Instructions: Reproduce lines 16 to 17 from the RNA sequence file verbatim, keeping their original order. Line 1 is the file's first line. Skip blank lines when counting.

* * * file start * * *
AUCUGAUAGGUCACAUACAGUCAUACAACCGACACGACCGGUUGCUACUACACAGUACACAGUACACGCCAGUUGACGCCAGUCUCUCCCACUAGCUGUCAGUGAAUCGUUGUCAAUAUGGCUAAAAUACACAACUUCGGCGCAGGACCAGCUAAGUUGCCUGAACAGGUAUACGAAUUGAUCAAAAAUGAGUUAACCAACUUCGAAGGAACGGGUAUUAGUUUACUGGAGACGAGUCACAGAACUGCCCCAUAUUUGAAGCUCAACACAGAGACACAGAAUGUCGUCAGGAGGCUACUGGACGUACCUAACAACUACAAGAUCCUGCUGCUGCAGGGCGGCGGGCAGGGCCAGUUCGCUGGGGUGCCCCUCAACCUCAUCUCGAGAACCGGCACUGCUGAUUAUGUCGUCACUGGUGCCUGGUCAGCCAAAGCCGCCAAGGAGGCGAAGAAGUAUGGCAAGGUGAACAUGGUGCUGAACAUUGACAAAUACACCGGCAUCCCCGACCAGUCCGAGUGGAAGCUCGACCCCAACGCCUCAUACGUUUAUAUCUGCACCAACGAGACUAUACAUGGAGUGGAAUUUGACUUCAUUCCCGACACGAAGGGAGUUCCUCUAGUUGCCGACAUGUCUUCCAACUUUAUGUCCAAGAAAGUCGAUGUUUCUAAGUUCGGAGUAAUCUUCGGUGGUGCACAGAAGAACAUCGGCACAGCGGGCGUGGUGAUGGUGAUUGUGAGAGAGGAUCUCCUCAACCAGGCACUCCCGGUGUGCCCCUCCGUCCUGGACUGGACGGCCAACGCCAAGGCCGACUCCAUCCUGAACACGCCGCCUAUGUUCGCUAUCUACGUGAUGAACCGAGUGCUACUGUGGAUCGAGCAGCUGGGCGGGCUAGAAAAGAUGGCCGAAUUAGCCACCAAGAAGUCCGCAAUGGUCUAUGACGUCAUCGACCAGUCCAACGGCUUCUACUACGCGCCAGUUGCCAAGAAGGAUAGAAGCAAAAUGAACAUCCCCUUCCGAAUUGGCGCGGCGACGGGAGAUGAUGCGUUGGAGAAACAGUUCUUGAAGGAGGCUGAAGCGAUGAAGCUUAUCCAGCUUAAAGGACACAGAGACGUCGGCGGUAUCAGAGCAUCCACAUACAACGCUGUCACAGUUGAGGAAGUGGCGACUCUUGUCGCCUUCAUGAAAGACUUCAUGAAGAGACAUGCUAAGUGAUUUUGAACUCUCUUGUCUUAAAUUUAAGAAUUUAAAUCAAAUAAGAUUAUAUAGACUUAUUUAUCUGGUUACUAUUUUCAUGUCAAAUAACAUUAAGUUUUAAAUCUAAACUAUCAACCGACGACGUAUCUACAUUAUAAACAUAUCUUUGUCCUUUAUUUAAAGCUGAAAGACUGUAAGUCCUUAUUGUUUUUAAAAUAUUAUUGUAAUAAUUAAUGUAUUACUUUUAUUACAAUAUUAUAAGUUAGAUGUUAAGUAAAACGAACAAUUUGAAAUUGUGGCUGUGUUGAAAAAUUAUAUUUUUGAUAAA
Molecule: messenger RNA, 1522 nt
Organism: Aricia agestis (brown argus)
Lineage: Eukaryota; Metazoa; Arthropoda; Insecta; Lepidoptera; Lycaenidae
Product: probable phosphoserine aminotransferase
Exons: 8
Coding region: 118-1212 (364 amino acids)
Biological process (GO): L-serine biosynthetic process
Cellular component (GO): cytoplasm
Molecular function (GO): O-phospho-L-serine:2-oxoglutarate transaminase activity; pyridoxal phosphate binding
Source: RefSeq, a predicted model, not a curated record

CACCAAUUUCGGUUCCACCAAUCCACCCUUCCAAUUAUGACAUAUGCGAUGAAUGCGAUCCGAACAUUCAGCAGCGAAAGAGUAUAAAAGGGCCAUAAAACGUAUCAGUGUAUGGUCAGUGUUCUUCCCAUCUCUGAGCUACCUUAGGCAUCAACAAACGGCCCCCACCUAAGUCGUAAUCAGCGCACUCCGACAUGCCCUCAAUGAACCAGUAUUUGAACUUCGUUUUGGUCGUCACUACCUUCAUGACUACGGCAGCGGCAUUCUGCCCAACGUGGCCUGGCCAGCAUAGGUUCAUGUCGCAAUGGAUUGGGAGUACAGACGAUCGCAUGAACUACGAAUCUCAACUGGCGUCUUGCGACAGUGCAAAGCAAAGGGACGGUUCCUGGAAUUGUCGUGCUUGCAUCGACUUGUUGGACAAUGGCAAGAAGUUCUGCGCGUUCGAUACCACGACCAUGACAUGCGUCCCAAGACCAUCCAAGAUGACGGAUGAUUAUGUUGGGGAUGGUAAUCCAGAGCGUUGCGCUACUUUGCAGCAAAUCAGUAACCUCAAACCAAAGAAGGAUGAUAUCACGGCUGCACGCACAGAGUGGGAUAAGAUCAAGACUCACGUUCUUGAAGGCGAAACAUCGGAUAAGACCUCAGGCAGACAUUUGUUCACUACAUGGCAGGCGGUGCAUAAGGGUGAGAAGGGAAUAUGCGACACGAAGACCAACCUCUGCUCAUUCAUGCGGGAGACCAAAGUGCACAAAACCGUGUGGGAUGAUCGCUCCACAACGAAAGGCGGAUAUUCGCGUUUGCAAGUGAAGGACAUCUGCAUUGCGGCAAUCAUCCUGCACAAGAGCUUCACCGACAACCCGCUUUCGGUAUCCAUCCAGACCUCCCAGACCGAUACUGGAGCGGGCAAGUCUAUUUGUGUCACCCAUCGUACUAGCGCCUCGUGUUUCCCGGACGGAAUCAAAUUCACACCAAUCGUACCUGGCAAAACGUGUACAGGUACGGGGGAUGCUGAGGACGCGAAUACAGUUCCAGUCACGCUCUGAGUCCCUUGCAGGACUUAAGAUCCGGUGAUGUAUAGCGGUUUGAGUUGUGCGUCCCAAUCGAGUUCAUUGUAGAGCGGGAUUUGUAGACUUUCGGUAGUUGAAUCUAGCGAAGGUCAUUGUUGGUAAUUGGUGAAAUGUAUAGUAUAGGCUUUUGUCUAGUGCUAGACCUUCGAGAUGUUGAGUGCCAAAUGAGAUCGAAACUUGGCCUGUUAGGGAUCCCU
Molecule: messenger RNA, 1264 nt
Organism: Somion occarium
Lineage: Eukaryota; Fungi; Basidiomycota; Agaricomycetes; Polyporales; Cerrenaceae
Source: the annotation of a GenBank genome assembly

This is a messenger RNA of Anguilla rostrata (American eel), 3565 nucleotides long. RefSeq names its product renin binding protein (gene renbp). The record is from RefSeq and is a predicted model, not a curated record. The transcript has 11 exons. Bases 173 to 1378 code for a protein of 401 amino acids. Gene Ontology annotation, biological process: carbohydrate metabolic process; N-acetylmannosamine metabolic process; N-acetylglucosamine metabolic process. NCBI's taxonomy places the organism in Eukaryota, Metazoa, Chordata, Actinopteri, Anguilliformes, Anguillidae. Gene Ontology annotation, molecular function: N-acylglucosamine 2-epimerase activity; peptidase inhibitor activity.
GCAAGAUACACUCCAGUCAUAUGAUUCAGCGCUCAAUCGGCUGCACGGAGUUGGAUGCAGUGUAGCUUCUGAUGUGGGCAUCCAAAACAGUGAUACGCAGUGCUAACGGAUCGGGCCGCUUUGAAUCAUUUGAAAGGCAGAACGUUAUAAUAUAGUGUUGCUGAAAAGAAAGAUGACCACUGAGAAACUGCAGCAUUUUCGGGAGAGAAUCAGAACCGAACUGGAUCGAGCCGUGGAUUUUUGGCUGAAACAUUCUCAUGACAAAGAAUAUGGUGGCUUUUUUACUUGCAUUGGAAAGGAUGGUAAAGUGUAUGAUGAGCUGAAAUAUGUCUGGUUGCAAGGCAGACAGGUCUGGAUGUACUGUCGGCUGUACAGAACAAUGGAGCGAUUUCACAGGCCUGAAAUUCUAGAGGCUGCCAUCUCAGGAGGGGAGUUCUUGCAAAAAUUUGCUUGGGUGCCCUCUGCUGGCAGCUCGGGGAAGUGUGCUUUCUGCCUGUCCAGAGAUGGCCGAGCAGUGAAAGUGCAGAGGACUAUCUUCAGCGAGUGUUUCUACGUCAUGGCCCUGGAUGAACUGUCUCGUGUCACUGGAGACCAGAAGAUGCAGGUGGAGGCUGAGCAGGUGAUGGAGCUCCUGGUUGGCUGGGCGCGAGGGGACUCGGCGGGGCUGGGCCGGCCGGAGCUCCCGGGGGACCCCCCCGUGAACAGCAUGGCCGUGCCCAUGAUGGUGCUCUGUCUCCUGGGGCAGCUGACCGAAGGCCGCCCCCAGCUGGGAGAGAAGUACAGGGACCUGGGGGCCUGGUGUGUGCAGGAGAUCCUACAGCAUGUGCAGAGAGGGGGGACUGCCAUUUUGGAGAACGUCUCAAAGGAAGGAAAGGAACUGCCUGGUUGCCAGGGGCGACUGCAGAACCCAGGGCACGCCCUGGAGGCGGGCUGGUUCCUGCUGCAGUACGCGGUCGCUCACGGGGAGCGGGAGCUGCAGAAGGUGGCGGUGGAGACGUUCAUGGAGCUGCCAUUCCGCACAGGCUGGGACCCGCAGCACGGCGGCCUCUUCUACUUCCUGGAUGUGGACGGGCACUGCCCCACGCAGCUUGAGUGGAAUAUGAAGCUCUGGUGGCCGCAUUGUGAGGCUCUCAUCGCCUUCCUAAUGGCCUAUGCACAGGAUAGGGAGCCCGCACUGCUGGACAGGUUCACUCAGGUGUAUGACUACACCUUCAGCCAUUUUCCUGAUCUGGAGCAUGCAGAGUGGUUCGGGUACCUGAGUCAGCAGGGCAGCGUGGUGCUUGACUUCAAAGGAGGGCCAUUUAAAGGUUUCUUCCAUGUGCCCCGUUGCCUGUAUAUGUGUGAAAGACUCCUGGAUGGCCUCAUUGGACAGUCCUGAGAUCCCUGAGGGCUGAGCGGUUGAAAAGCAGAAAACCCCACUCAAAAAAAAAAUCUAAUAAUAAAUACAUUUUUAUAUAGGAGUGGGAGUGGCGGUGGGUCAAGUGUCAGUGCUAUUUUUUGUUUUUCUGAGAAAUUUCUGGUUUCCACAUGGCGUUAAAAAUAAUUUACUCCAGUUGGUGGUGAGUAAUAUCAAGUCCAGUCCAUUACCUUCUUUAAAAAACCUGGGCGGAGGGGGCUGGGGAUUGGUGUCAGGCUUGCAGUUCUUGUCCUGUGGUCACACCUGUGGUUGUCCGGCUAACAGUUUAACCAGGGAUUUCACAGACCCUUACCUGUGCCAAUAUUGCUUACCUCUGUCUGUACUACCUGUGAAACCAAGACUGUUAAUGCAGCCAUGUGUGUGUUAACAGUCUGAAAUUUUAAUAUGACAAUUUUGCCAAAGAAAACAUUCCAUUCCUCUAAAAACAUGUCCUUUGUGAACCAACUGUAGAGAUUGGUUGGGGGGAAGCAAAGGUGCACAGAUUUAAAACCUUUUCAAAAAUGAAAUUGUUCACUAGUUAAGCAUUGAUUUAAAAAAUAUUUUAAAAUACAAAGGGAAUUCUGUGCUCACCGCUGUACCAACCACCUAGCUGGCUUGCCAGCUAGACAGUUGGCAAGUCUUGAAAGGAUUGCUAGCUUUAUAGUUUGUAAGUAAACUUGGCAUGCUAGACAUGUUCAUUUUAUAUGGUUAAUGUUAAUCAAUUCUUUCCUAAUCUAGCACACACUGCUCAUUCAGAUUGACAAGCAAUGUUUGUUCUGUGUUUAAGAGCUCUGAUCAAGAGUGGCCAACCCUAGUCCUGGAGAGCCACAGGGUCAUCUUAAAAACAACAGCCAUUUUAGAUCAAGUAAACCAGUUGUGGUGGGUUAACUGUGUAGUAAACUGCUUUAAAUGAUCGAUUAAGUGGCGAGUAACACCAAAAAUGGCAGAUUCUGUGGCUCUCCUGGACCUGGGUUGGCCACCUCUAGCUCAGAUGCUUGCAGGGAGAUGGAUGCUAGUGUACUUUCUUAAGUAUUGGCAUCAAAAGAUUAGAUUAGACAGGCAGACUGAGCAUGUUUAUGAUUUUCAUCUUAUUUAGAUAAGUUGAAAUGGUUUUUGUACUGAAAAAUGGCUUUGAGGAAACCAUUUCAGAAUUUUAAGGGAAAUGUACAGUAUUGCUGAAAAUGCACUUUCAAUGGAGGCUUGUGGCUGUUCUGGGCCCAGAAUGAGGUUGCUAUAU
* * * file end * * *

Source: the annotation of a GenBank genome assembly

This is a messenger RNA of Anguilla rostrata (American eel), 3565 nucleotides long. RefSeq names its product renin binding protein (gene renbp). The record is from RefSeq and is a predicted model, not a curated record. The transcript has 11 exons. Bases 173 to 1378 code for a protein of 401 amino acids. Gene Ontology annotation, biological process: carbohydrate metabolic process; N-acetylmannosamine metabolic process; N-acetylglucosamine metabolic process. NCBI's taxonomy places the organism in Eukaryota, Metazoa, Chordata, Actinopteri, Anguilliformes, Anguillidae. Gene Ontology annotation, molecular function: N-acylglucosamine 2-epimerase activity; peptidase inhibitor activity.